Hemi-craniectomy is a common surgical procedure which allows the brain to swell and herniate and is often utilized to treat traumatic brain injury. When left untreated the scalp skin typically sinks on the side of the craniectomy creating a phenotype termed “sinking skin flap syndrome.” In addition, these same patients often develop long-term neurocognitive deficits termed “syndrome of the trephined” as a result of their craniectomy which reverse when the cranial skull is replaced. The authors hypothesize that a mouse animal model can be developed demonstrating long-term neurologic deficits attributed to hemi-craniectomy skull defects similar to humans with syndrome of the trephined.Methods:
Thirty C57 mice were randomized among 3 groups: Group 1 = control group (sham surgery), Group 2 = hemi-craniectomy only, and Group 3 = hemi-craniectomy with immediate cranioplasty. Motor deficits were studied using a beam walk test. Statistical comparison of differences among the 3 groups was performed.Results:
Beam walk test results demonstrated the craniectomy group had a statistically higher contralateral footfault slip/step ratio when compared with the control group (P <0.05). Comparison of the control group and the cranioplasty group demonstrated contralateral footfault slip/step ratio that was statistically different for 7 days postoperative but no statistical differences thereafter. Comparison of the craniectomy group and the cranioplasty group demonstrated statistically significant differences for 14 days; however, motor deficits were not statistically different than baseline thereafter. No ipsilateral footfault deficits were detected in this study.Conclusion:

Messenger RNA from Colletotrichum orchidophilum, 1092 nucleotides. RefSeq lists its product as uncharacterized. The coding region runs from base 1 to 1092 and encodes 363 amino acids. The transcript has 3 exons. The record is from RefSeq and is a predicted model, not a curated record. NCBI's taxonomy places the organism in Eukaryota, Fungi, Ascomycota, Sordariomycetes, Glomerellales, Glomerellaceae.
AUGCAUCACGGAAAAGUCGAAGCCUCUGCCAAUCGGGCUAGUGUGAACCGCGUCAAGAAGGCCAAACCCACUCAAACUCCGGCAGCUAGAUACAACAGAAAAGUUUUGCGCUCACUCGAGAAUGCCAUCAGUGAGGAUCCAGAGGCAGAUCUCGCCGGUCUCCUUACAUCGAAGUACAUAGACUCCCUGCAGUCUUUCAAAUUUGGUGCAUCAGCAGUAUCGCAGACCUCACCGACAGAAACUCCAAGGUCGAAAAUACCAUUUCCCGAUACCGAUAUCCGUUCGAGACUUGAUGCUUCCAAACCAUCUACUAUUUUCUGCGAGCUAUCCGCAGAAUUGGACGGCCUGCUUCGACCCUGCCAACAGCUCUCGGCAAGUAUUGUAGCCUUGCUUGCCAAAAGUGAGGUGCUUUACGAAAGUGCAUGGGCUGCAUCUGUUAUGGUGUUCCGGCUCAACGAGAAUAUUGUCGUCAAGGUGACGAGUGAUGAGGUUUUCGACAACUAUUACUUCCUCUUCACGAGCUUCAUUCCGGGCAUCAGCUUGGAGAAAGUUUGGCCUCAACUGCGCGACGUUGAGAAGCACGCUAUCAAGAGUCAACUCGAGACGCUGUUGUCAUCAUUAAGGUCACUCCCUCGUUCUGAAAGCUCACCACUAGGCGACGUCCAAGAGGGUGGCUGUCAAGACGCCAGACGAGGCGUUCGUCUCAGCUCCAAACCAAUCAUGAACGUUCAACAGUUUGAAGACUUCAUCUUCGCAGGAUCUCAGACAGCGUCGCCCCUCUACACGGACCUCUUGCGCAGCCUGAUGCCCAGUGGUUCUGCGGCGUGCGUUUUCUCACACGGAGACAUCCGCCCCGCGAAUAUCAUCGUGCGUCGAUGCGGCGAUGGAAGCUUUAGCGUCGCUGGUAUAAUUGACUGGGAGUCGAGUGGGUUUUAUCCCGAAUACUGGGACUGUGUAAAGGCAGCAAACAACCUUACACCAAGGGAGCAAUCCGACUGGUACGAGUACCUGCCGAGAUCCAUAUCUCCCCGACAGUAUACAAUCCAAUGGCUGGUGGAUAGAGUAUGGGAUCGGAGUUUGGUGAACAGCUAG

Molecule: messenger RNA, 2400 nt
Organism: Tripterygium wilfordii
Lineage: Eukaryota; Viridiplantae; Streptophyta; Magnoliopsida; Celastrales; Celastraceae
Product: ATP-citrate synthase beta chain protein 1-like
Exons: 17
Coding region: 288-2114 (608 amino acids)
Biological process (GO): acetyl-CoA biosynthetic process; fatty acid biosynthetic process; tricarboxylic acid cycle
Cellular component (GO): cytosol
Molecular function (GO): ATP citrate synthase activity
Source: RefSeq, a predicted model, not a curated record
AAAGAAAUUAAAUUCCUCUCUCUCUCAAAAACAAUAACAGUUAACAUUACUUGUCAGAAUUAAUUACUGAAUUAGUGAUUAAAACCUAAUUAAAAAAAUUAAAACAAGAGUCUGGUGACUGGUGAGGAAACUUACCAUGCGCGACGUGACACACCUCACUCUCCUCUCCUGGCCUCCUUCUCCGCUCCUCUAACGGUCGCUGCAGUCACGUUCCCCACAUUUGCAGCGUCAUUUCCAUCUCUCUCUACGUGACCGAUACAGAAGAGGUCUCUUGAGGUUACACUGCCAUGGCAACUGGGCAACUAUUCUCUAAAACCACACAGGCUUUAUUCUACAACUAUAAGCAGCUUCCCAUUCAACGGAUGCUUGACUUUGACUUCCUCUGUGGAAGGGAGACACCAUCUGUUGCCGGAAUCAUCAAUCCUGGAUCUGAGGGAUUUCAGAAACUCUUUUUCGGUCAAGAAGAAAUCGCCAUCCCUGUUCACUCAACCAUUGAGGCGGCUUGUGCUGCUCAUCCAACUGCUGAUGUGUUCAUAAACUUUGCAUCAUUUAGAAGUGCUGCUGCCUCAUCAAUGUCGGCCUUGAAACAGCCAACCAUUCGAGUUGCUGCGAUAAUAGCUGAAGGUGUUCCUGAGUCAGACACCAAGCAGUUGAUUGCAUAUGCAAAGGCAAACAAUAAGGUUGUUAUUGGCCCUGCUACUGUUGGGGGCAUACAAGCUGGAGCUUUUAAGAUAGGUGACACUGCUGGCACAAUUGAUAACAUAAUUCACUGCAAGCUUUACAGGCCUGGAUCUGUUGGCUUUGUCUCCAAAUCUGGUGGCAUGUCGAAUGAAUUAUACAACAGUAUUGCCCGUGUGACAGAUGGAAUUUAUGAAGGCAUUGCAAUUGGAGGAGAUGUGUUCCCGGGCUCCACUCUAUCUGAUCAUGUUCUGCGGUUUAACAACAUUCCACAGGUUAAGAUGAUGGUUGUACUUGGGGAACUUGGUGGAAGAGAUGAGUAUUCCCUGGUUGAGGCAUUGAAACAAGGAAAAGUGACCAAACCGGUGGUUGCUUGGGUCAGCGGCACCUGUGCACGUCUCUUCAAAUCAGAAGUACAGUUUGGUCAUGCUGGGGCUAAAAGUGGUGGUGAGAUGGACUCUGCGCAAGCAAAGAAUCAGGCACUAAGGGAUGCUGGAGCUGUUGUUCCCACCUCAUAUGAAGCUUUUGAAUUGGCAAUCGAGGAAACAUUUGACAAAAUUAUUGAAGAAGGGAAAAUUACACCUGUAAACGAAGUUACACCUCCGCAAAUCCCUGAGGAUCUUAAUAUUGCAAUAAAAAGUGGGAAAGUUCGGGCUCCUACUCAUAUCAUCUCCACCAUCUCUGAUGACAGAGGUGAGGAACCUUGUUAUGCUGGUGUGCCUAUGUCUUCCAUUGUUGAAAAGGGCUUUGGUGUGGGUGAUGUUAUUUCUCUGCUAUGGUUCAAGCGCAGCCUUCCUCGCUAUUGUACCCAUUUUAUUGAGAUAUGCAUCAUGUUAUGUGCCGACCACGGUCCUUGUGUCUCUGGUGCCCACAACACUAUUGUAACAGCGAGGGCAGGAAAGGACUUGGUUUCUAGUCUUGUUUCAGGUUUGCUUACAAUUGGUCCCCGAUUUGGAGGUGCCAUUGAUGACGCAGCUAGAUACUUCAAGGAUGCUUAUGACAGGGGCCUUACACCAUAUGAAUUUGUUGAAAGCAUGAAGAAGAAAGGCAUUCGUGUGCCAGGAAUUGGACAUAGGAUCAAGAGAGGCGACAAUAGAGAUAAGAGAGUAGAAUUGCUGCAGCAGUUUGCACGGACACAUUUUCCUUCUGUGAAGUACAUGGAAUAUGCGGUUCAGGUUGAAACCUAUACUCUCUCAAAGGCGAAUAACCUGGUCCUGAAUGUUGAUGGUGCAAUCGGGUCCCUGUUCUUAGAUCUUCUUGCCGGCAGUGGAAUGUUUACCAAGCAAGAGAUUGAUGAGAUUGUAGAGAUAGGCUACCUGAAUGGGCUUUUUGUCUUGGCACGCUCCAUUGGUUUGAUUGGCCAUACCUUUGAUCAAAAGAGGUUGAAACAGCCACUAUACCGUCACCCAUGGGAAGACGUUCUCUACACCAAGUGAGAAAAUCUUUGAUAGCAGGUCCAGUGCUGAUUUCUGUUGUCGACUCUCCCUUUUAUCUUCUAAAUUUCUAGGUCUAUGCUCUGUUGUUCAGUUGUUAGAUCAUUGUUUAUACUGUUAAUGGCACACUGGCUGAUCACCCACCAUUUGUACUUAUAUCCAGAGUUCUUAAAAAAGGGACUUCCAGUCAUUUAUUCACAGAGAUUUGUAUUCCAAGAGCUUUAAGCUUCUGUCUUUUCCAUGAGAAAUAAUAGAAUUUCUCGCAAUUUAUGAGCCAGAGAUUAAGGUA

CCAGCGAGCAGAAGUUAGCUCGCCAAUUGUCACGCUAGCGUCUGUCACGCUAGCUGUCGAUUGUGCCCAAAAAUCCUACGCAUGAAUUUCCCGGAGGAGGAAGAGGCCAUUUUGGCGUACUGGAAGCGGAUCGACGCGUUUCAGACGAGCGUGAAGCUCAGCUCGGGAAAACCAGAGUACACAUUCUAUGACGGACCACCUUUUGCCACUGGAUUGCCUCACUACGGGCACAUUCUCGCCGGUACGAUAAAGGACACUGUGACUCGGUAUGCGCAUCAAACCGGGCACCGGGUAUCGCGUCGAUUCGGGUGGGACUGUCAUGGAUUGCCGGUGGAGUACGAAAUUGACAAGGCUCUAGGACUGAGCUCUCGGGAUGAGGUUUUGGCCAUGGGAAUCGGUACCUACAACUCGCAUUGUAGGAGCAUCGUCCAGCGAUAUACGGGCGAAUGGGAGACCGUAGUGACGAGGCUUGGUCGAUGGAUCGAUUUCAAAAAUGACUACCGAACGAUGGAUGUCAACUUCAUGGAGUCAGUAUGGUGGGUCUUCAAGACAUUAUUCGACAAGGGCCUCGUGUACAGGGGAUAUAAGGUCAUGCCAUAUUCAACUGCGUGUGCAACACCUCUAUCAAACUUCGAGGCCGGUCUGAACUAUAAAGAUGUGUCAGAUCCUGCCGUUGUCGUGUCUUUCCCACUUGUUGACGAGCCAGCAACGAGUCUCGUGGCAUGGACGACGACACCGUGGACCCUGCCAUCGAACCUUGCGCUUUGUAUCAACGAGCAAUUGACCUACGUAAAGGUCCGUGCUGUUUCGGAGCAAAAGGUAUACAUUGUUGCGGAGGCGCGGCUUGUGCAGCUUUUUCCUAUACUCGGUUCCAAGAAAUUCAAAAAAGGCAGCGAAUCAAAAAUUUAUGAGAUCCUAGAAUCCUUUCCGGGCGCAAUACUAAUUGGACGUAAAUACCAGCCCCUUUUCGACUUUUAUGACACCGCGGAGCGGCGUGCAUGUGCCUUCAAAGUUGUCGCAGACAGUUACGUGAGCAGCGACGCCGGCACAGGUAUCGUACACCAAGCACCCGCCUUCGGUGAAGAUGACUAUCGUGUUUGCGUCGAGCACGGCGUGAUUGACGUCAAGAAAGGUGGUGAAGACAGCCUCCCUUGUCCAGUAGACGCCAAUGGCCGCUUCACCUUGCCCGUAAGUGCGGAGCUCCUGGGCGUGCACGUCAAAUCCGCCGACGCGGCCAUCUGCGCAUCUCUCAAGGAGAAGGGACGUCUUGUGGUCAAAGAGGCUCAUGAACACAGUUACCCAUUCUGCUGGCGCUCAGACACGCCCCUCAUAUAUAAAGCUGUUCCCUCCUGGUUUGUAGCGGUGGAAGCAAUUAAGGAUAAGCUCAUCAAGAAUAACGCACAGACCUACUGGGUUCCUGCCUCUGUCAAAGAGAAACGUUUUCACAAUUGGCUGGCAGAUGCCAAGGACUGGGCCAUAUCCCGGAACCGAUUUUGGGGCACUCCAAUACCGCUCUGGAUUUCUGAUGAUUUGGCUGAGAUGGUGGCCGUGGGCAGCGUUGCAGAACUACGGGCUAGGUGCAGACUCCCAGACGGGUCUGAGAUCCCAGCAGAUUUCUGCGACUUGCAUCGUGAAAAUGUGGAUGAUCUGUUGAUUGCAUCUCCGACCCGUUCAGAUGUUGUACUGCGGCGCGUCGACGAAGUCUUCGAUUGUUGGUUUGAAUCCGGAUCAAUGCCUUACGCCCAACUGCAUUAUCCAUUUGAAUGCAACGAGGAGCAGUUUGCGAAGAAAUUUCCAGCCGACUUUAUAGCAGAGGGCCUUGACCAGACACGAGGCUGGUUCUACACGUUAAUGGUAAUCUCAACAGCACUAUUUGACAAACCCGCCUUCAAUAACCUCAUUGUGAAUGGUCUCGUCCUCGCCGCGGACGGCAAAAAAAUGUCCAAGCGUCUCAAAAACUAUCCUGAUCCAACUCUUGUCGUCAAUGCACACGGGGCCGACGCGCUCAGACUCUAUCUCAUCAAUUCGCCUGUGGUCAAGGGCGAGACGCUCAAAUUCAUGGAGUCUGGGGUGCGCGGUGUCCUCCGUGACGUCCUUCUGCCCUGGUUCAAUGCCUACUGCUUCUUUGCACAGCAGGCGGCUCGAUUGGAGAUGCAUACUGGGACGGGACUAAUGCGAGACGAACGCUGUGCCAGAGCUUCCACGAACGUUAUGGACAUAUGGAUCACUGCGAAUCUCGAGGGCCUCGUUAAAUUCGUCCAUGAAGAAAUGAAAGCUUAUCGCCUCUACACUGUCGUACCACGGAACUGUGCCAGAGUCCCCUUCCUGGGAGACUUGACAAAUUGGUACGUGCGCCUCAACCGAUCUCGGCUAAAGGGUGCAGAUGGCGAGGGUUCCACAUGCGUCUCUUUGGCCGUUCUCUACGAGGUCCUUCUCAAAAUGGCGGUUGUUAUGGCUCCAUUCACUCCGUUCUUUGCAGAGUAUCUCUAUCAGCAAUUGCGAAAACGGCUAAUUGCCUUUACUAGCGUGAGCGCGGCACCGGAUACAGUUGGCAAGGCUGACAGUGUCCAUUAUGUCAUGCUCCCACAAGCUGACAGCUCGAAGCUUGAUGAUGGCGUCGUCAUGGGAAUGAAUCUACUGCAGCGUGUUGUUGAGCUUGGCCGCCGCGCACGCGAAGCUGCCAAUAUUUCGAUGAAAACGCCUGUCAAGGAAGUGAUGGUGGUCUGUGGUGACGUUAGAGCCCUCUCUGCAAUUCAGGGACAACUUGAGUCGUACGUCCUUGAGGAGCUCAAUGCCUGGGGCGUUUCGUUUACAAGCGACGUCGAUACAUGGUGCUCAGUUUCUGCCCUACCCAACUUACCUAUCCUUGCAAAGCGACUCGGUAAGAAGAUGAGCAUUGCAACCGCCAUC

Motor deficits that are attributed to hemi-craniectomy bone defects alone are demonstrated in a mouse animal model. These motor deficits resemble some symptoms associated with human syndrome of the trephined.